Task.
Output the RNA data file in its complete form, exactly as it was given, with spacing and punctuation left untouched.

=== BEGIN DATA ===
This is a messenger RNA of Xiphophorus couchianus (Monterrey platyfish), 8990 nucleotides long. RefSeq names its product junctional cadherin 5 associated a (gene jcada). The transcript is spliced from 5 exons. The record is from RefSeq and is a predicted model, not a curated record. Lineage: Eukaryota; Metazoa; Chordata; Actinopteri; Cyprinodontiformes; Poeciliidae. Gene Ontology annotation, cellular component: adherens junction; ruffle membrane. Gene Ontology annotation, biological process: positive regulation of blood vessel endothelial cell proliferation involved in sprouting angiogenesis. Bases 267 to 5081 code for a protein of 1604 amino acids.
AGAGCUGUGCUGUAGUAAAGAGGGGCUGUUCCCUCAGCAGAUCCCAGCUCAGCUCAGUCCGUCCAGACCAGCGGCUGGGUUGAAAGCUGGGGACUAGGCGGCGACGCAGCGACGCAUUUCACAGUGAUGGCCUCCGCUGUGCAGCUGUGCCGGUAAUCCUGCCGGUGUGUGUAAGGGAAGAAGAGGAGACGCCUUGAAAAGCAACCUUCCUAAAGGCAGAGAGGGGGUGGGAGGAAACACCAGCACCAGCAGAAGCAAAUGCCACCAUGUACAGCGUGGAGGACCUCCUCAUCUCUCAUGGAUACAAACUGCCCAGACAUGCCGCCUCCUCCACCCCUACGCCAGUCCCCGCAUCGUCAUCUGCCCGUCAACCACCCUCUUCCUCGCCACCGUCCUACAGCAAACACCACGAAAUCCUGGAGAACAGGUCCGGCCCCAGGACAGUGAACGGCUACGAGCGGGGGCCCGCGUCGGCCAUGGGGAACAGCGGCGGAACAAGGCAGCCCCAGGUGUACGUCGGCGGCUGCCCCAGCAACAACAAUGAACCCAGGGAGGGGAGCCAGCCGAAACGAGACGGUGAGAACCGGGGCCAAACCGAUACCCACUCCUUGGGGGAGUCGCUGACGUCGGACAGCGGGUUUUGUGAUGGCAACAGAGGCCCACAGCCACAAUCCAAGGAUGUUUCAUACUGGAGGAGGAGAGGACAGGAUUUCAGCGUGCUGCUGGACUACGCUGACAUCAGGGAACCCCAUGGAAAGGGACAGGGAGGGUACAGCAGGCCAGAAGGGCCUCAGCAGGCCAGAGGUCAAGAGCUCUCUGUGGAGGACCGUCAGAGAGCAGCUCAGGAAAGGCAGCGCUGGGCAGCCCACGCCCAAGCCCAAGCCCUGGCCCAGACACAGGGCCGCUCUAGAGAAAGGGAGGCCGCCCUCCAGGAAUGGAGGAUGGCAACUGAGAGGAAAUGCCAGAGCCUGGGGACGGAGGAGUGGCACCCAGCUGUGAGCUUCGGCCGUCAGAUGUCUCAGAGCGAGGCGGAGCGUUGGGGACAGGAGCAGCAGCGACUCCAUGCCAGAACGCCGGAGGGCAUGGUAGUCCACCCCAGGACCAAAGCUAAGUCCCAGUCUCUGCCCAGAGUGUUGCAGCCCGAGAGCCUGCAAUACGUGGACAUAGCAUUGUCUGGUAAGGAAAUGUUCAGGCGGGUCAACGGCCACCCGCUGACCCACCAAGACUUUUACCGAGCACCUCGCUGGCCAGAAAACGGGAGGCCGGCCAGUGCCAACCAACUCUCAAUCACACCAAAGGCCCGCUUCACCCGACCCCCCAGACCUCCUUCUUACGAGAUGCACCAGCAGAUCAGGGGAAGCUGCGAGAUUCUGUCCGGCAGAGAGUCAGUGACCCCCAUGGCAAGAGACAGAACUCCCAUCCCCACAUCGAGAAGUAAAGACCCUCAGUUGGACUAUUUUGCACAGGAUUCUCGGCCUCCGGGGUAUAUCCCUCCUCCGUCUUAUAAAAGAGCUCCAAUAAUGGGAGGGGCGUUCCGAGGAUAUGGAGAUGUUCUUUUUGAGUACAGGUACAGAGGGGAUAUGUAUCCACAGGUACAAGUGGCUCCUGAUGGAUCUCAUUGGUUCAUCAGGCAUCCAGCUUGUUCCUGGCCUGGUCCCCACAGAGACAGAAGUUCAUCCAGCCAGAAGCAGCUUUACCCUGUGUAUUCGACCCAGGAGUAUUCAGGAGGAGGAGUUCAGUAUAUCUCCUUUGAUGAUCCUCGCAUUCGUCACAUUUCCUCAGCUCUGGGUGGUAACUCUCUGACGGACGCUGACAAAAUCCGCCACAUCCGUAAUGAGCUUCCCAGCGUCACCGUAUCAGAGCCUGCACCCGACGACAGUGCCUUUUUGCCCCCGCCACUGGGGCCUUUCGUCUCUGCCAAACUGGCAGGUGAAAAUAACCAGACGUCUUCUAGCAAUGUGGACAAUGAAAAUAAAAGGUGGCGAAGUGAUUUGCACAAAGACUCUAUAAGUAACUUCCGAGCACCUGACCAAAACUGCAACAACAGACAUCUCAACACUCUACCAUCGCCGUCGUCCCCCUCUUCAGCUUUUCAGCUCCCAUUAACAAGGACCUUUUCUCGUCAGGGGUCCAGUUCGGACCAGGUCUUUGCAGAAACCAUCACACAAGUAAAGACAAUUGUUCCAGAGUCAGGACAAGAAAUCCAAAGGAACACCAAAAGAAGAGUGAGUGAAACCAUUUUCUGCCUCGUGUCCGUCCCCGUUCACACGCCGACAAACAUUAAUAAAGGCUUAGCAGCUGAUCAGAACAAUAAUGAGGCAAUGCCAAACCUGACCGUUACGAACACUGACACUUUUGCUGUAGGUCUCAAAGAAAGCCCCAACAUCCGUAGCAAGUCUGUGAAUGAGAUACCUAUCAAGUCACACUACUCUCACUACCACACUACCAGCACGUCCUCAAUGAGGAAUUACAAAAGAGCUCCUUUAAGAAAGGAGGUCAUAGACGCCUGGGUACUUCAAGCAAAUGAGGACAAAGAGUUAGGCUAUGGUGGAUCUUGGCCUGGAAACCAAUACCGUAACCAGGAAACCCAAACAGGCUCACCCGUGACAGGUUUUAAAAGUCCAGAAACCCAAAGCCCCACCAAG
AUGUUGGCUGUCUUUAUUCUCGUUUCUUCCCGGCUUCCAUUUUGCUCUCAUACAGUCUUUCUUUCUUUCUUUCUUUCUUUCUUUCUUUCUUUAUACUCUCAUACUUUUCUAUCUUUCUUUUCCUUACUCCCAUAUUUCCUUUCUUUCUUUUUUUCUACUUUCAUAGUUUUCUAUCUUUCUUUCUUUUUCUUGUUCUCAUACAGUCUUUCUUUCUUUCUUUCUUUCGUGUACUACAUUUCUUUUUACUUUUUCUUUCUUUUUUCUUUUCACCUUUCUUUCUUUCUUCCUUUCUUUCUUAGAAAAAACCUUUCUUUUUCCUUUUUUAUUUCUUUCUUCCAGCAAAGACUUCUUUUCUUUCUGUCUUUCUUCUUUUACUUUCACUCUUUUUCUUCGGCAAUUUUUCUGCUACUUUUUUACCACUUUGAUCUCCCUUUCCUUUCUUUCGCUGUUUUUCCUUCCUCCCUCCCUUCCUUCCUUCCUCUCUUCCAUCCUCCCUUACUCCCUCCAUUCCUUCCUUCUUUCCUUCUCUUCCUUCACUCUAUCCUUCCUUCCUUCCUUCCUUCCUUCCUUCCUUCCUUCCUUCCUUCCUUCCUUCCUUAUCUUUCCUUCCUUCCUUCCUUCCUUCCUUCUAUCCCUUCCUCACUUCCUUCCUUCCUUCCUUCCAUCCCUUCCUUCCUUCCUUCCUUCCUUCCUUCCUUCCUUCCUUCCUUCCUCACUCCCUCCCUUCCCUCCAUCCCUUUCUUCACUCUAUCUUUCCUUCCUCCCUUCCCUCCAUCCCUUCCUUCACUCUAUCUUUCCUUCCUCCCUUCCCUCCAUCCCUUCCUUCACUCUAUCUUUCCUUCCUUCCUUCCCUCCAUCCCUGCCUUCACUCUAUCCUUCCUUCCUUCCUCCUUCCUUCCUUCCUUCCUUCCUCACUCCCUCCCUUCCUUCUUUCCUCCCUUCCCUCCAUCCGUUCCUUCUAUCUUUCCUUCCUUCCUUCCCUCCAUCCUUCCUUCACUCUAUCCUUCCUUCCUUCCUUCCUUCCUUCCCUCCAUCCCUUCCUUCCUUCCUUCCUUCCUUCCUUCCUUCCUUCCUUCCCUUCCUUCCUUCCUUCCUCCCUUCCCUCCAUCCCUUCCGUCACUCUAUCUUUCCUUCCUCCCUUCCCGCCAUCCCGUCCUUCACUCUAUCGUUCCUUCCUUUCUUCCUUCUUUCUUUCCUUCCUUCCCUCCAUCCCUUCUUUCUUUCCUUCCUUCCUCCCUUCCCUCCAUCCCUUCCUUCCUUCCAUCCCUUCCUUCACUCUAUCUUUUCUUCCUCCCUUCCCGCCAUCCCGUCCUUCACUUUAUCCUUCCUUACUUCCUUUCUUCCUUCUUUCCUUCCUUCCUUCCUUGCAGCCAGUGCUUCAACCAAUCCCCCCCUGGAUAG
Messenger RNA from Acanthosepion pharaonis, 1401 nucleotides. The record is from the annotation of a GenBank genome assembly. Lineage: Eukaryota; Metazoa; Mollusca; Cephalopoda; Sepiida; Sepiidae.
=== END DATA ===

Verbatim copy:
This is a messenger RNA of Xiphophorus couchianus (Monterrey platyfish), 8990 nucleotides long. RefSeq names its product junctional cadherin 5 associated a (gene jcada). The transcript is spliced from 5 exons. The record is from RefSeq and is a predicted model, not a curated record. Lineage: Eukaryota; Metazoa; Chordata; Actinopteri; Cyprinodontiformes; Poeciliidae. Gene Ontology annotation, cellular component: adherens junction; ruffle membrane. Gene Ontology annotation, biological process: positive regulation of blood vessel endothelial cell proliferation involved in sprouting angiogenesis. Bases 267 to 5081 code for a protein of 1604 amino acids.
AGAGCUGUGCUGUAGUAAAGAGGGGCUGUUCCCUCAGCAGAUCCCAGCUCAGCUCAGUCCGUCCAGACCAGCGGCUGGGUUGAAAGCUGGGGACUAGGCGGCGACGCAGCGACGCAUUUCACAGUGAUGGCCUCCGCUGUGCAGCUGUGCCGGUAAUCCUGCCGGUGUGUGUAAGGGAAGAAGAGGAGACGCCUUGAAAAGCAACCUUCCUAAAGGCAGAGAGGGGGUGGGAGGAAACACCAGCACCAGCAGAAGCAAAUGCCACCAUGUACAGCGUGGAGGACCUCCUCAUCUCUCAUGGAUACAAACUGCCCAGACAUGCCGCCUCCUCCACCCCUACGCCAGUCCCCGCAUCGUCAUCUGCCCGUCAACCACCCUCUUCCUCGCCACCGUCCUACAGCAAACACCACGAAAUCCUGGAGAACAGGUCCGGCCCCAGGACAGUGAACGGCUACGAGCGGGGGCCCGCGUCGGCCAUGGGGAACAGCGGCGGAACAAGGCAGCCCCAGGUGUACGUCGGCGGCUGCCCCAGCAACAACAAUGAACCCAGGGAGGGGAGCCAGCCGAAACGAGACGGUGAGAACCGGGGCCAAACCGAUACCCACUCCUUGGGGGAGUCGCUGACGUCGGACAGCGGGUUUUGUGAUGGCAACAGAGGCCCACAGCCACAAUCCAAGGAUGUUUCAUACUGGAGGAGGAGAGGACAGGAUUUCAGCGUGCUGCUGGACUACGCUGACAUCAGGGAACCCCAUGGAAAGGGACAGGGAGGGUACAGCAGGCCAGAAGGGCCUCAGCAGGCCAGAGGUCAAGAGCUCUCUGUGGAGGACCGUCAGAGAGCAGCUCAGGAAAGGCAGCGCUGGGCAGCCCACGCCCAAGCCCAAGCCCUGGCCCAGACACAGGGCCGCUCUAGAGAAAGGGAGGCCGCCCUCCAGGAAUGGAGGAUGGCAACUGAGAGGAAAUGCCAGAGCCUGGGGACGGAGGAGUGGCACCCAGCUGUGAGCUUCGGCCGUCAGAUGUCUCAGAGCGAGGCGGAGCGUUGGGGACAGGAGCAGCAGCGACUCCAUGCCAGAACGCCGGAGGGCAUGGUAGUCCACCCCAGGACCAAAGCUAAGUCCCAGUCUCUGCCCAGAGUGUUGCAGCCCGAGAGCCUGCAAUACGUGGACAUAGCAUUGUCUGGUAAGGAAAUGUUCAGGCGGGUCAACGGCCACCCGCUGACCCACCAAGACUUUUACCGAGCACCUCGCUGGCCAGAAAACGGGAGGCCGGCCAGUGCCAACCAACUCUCAAUCACACCAAAGGCCCGCUUCACCCGACCCCCCAGACCUCCUUCUUACGAGAUGCACCAGCAGAUCAGGGGAAGCUGCGAGAUUCUGUCCGGCAGAGAGUCAGUGACCCCCAUGGCAAGAGACAGAACUCCCAUCCCCACAUCGAGAAGUAAAGACCCUCAGUUGGACUAUUUUGCACAGGAUUCUCGGCCUCCGGGGUAUAUCCCUCCUCCGUCUUAUAAAAGAGCUCCAAUAAUGGGAGGGGCGUUCCGAGGAUAUGGAGAUGUUCUUUUUGAGUACAGGUACAGAGGGGAUAUGUAUCCACAGGUACAAGUGGCUCCUGAUGGAUCUCAUUGGUUCAUCAGGCAUCCAGCUUGUUCCUGGCCUGGUCCCCACAGAGACAGAAGUUCAUCCAGCCAGAAGCAGCUUUACCCUGUGUAUUCGACCCAGGAGUAUUCAGGAGGAGGAGUUCAGUAUAUCUCCUUUGAUGAUCCUCGCAUUCGUCACAUUUCCUCAGCUCUGGGUGGUAACUCUCUGACGGACGCUGACAAAAUCCGCCACAUCCGUAAUGAGCUUCCCAGCGUCACCGUAUCAGAGCCUGCACCCGACGACAGUGCCUUUUUGCCCCCGCCACUGGGGCCUUUCGUCUCUGCCAAACUGGCAGGUGAAAAUAACCAGACGUCUUCUAGCAAUGUGGACAAUGAAAAUAAAAGGUGGCGAAGUGAUUUGCACAAAGACUCUAUAAGUAACUUCCGAGCACCUGACCAAAACUGCAACAACAGACAUCUCAACACUCUACCAUCGCCGUCGUCCCCCUCUUCAGCUUUUCAGCUCCCAUUAACAAGGACCUUUUCUCGUCAGGGGUCCAGUUCGGACCAGGUCUUUGCAGAAACCAUCACACAAGUAAAGACAAUUGUUCCAGAGUCAGGACAAGAAAUCCAAAGGAACACCAAAAGAAGAGUGAGUGAAACCAUUUUCUGCCUCGUGUCCGUCCCCGUUCACACGCCGACAAACAUUAAUAAAGGCUUAGCAGCUGAUCAGAACAAUAAUGAGGCAAUGCCAAACCUGACCGUUACGAACACUGACACUUUUGCUGUAGGUCUCAAAGAAAGCCCCAACAUCCGUAGCAAGUCUGUGAAUGAGAUACCUAUCAAGUCACACUACUCUCACUACCACACUACCAGCACGUCCUCAAUGAGGAAUUACAAAAGAGCUCCUUUAAGAAAGGAGGUCAUAGACGCCUGGGUACUUCAAGCAAAUGAGGACAAAGAGUUAGGCUAUGGUGGAUCUUGGCCUGGAAACCAAUACCGUAACCAGGAAACCCAAACAGGCUCACCCGUGACAGGUUUUAAAAGUCCAGAAACCCAAAGCCCCACCAAG
AUGUUGGCUGUCUUUAUUCUCGUUUCUUCCCGGCUUCCAUUUUGCUCUCAUACAGUCUUUCUUUCUUUCUUUCUUUCUUUCUUUCUUUCUUUAUACUCUCAUACUUUUCUAUCUUUCUUUUCCUUACUCCCAUAUUUCCUUUCUUUCUUUUUUUCUACUUUCAUAGUUUUCUAUCUUUCUUUCUUUUUCUUGUUCUCAUACAGUCUUUCUUUCUUUCUUUCUUUCGUGUACUACAUUUCUUUUUACUUUUUCUUUCUUUUUUCUUUUCACCUUUCUUUCUUUCUUCCUUUCUUUCUUAGAAAAAACCUUUCUUUUUCCUUUUUUAUUUCUUUCUUCCAGCAAAGACUUCUUUUCUUUCUGUCUUUCUUCUUUUACUUUCACUCUUUUUCUUCGGCAAUUUUUCUGCUACUUUUUUACCACUUUGAUCUCCCUUUCCUUUCUUUCGCUGUUUUUCCUUCCUCCCUCCCUUCCUUCCUUCCUCUCUUCCAUCCUCCCUUACUCCCUCCAUUCCUUCCUUCUUUCCUUCUCUUCCUUCACUCUAUCCUUCCUUCCUUCCUUCCUUCCUUCCUUCCUUCCUUCCUUCCUUCCUUCCUUCCUUAUCUUUCCUUCCUUCCUUCCUUCCUUCCUUCUAUCCCUUCCUCACUUCCUUCCUUCCUUCCUUCCAUCCCUUCCUUCCUUCCUUCCUUCCUUCCUUCCUUCCUUCCUUCCUUCCUCACUCCCUCCCUUCCCUCCAUCCCUUUCUUCACUCUAUCUUUCCUUCCUCCCUUCCCUCCAUCCCUUCCUUCACUCUAUCUUUCCUUCCUCCCUUCCCUCCAUCCCUUCCUUCACUCUAUCUUUCCUUCCUUCCUUCCCUCCAUCCCUGCCUUCACUCUAUCCUUCCUUCCUUCCUCCUUCCUUCCUUCCUUCCUUCCUCACUCCCUCCCUUCCUUCUUUCCUCCCUUCCCUCCAUCCGUUCCUUCUAUCUUUCCUUCCUUCCUUCCCUCCAUCCUUCCUUCACUCUAUCCUUCCUUCCUUCCUUCCUUCCUUCCCUCCAUCCCUUCCUUCCUUCCUUCCUUCCUUCCUUCCUUCCUUCCUUCCCUUCCUUCCUUCCUUCCUCCCUUCCCUCCAUCCCUUCCGUCACUCUAUCUUUCCUUCCUCCCUUCCCGCCAUCCCGUCCUUCACUCUAUCGUUCCUUCCUUUCUUCCUUCUUUCUUUCCUUCCUUCCCUCCAUCCCUUCUUUCUUUCCUUCCUUCCUCCCUUCCCUCCAUCCCUUCCUUCCUUCCAUCCCUUCCUUCACUCUAUCUUUUCUUCCUCCCUUCCCGCCAUCCCGUCCUUCACUUUAUCCUUCCUUACUUCCUUUCUUCCUUCUUUCCUUCCUUCCUUCCUUGCAGCCAGUGCUUCAACCAAUCCCCCCCUGGAUAG
Messenger RNA from Acanthosepion pharaonis, 1401 nucleotides. The record is from the annotation of a GenBank genome assembly. Lineage: Eukaryota; Metazoa; Mollusca; Cephalopoda; Sepiida; Sepiidae.